Analysis from Israel

If anyone still believes President Barack Obama’s vow to keep Iran from going nuclear, today’s bombshell from the Washington Post‘s David Ignatius ought to dispel this illusion. According to Ignatius, Turkey deliberately gave Tehran the identities of up to 10 Iranians working as informants for Israel, resulting in a “significant” loss of intelligence about Iran’s nuclear program. Turkish Prime Minister Recep Tayyip Erdoğan personally approved this decision, and it followed several other incidents in which Erdoğan’s handpicked spy chief gave Iran “sensitive intelligence collected by the U.S. and Israel.” Yet not only did Washington refuse to even lodge a protest with Ankara, it warmed relations with Turkey even further, to the point that “Erdoğan was among Obama’s key confidants.”

Needless to say, someone serious about stopping Iran’s nuclear program would be raging over the loss of “significant” intelligence about it, not rewarding the person responsible for this loss by elevating him to the role of key confidant. By this behavior, Obama signaled Tehran that he’s quite content to remain in ignorance about its race toward the bomb. Someone serious about stopping this program would also stop sharing “sensitive” intelligence about it with a person who known to have passed it on to Tehran, rather than continuing to treat him as a confidant.

But even without the Ignatius bombshell (which should also lead to mass resignations from the Congressional Turkey Caucus, if Congress is as serious about stopping Iran’s nuclear program as it has hitherto shown itself to be), the contrast between this week’s negotiating session with Iran and Obama’s meeting with Benjamin Netanyahu last month provided pretty clear evidence of Obama’s attitudes. According to Haaretz, Obama complained to the Israeli premier that Israeli-Palestinian talks were progressing too slowly and demanded that they be accelerated, saying otherwise, the nine-month deadline wouldn’t be met. Nothing irreversible is likely to happen that would make a deal impossible if this deadline were missed, yet even so, Obama considered the once-a-week negotiating sessions insufficient.

On Iran, in contrast, time is really of the essence: Its nuclear program is continuing apace even during the negotiations, and experts predict that at this rate, it will reach “critical capability” – the ability to produce nuclear weapons undetected – by mid-2014 at the latest. Yet on this issue, Obama seems to have all the time in the world: Following this week’s opening session in Geneva, talks between Iran and the so-called P5+1 will resume only in another three weeks’ time, on November 7.  The contrast between Obama’s impatience on the non-urgent Israeli-Palestinian issue and his seemingly inexhaustible patience on the urgent Iranian one is cogent proof of which issue he really cares about and which he doesn’t.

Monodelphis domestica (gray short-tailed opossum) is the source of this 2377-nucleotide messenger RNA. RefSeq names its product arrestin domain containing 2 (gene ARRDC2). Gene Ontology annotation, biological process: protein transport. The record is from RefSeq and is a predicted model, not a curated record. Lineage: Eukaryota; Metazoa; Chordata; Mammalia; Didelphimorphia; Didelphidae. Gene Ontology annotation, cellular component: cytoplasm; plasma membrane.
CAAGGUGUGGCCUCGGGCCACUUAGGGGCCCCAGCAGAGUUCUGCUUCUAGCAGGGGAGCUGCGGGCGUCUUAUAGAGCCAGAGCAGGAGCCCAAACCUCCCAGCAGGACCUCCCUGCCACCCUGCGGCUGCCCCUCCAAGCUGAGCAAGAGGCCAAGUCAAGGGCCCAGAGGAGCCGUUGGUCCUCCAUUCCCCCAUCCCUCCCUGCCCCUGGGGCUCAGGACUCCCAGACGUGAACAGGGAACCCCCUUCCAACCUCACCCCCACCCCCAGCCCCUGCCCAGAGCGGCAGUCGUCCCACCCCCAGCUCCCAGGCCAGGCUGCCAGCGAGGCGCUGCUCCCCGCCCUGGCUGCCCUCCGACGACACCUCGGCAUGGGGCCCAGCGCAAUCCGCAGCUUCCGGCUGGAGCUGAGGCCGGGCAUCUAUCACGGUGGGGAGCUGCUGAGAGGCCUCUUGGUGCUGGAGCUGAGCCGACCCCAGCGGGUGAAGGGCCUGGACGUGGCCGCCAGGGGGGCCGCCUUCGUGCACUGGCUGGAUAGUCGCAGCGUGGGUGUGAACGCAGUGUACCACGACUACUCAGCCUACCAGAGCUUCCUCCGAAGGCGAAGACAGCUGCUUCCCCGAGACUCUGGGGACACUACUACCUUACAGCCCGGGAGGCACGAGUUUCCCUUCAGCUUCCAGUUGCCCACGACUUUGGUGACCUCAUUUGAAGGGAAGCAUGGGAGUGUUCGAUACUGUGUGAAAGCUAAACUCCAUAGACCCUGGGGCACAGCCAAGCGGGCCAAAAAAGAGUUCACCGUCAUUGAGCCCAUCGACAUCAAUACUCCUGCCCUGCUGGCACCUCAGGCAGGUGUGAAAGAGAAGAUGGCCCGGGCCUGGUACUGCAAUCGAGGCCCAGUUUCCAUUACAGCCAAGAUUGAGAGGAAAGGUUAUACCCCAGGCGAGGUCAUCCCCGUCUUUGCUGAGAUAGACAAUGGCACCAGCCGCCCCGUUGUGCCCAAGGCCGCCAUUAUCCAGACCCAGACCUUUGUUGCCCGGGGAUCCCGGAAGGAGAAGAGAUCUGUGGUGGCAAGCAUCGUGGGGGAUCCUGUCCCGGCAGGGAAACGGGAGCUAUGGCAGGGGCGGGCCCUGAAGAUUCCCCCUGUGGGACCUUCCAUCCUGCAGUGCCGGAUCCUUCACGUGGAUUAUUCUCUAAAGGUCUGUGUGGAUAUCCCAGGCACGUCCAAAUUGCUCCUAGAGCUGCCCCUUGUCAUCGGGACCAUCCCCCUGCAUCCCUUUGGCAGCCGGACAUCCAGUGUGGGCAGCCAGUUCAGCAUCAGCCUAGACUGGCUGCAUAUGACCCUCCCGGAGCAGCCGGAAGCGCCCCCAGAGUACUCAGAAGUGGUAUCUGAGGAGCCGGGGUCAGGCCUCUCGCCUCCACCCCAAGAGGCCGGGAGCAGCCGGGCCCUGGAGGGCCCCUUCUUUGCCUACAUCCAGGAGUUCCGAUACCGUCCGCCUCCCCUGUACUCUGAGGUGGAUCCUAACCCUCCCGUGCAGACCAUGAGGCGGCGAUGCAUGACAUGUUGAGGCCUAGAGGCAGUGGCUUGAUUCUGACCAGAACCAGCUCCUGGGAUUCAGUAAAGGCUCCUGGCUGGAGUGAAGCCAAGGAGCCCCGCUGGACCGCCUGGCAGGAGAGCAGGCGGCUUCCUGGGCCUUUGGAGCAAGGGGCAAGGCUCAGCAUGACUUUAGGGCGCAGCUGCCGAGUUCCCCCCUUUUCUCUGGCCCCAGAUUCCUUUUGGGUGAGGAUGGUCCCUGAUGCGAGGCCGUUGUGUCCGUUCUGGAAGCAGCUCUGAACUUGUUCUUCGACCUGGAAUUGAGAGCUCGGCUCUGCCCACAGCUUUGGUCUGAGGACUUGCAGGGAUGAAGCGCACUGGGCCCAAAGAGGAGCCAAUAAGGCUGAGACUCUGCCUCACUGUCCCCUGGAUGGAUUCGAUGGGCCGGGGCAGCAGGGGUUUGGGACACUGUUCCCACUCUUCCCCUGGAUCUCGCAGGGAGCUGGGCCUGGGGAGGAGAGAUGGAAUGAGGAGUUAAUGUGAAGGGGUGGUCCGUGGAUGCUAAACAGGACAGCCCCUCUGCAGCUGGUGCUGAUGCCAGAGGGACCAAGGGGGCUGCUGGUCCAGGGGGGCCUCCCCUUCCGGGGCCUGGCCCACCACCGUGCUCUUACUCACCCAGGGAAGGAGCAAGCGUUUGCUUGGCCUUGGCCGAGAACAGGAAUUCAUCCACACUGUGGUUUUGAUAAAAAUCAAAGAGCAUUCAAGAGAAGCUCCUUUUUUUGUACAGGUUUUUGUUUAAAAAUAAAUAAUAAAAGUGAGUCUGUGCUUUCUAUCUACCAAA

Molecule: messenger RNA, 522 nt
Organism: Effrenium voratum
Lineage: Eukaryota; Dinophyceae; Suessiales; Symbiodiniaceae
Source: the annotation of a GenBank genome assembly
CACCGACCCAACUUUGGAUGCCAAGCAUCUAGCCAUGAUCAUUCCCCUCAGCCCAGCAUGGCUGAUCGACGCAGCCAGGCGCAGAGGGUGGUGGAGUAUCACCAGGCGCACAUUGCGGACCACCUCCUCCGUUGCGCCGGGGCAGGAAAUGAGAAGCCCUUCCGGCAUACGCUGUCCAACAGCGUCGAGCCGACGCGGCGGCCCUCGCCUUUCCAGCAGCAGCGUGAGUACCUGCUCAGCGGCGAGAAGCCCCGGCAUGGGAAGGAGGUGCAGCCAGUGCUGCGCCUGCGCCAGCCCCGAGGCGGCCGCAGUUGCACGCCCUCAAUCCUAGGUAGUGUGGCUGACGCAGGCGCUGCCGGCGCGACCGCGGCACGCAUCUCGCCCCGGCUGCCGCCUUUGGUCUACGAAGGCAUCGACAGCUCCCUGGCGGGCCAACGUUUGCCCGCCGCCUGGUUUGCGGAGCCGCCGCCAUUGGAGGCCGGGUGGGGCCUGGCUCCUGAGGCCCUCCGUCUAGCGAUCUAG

Last month, a poll found that two-thirds of Jewish Israelis no longer believe Obama’s promise to stop Iran from getting the bomb, and after Ignatius’ revelation sinks in, I’d expect the number to climb even higher. That’s precisely why, contrary to the New York Times‘ fond delusion that Netanyahu is “increasingly alone abroad and at home,” the Israeli public is now solidly behind him: In another recent poll, fully two-thirds of Israelis said they would back a unilateral Israeli strike on Iran, a sharp reversal from the 58% who opposed it just last year. Israelis, it seems, are starting to realize that nobody will stop Iran from getting nukes if they don’t. 

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Israel’s unity government may prove a constitutional time bomb

That Israel will soon have a government is good news; almost any government would be better than the political dysfunction that has produced three elections in the past year. But aside from its existence, there’s little to like about this “unity” government.

The biggest problem isn’t that many important issues will perforce go unaddressed, though that’s inevitable given the compromises required when neither bloc can govern on its own. Nor is it the risk that the government will be dysfunctional even on “consensual” issues like rescuing the economy from the coronavirus crisis, though this risk is real, since both sides’ leaders will have veto power over every government decision.

Rather, it’s the cavalier way that Israel’s Basic Laws are being amended to serve the particular needs of Prime Minister Benjamin Netanyahu and his new partner, Blue and White chairman Benny Gantz.

Though Israel’s Supreme Court wrongly claims the Basic Laws are a constitution, they were never intended as such by the parliaments that passed them. Indeed, some were approved by a mere quarter of the Knesset or less.

But they were intended as the building blocks of a future constitution should Israel ever adopt one. That’s why this handful of laws, alone of all the laws on Israel’s books, are deemed “Basic Laws,” and why each addresses a fundamental constitutional issue (the executive branch, the legislature, the judiciary, human rights, Israel’s Jewish character, etc.).

In other words, though they aren’t a constitution, they do serve as the foundation of Israel’s system of government. And tinkering with the architecture of any democratic system of government can have unintended consequences, as Israel has discovered before to its detriment.

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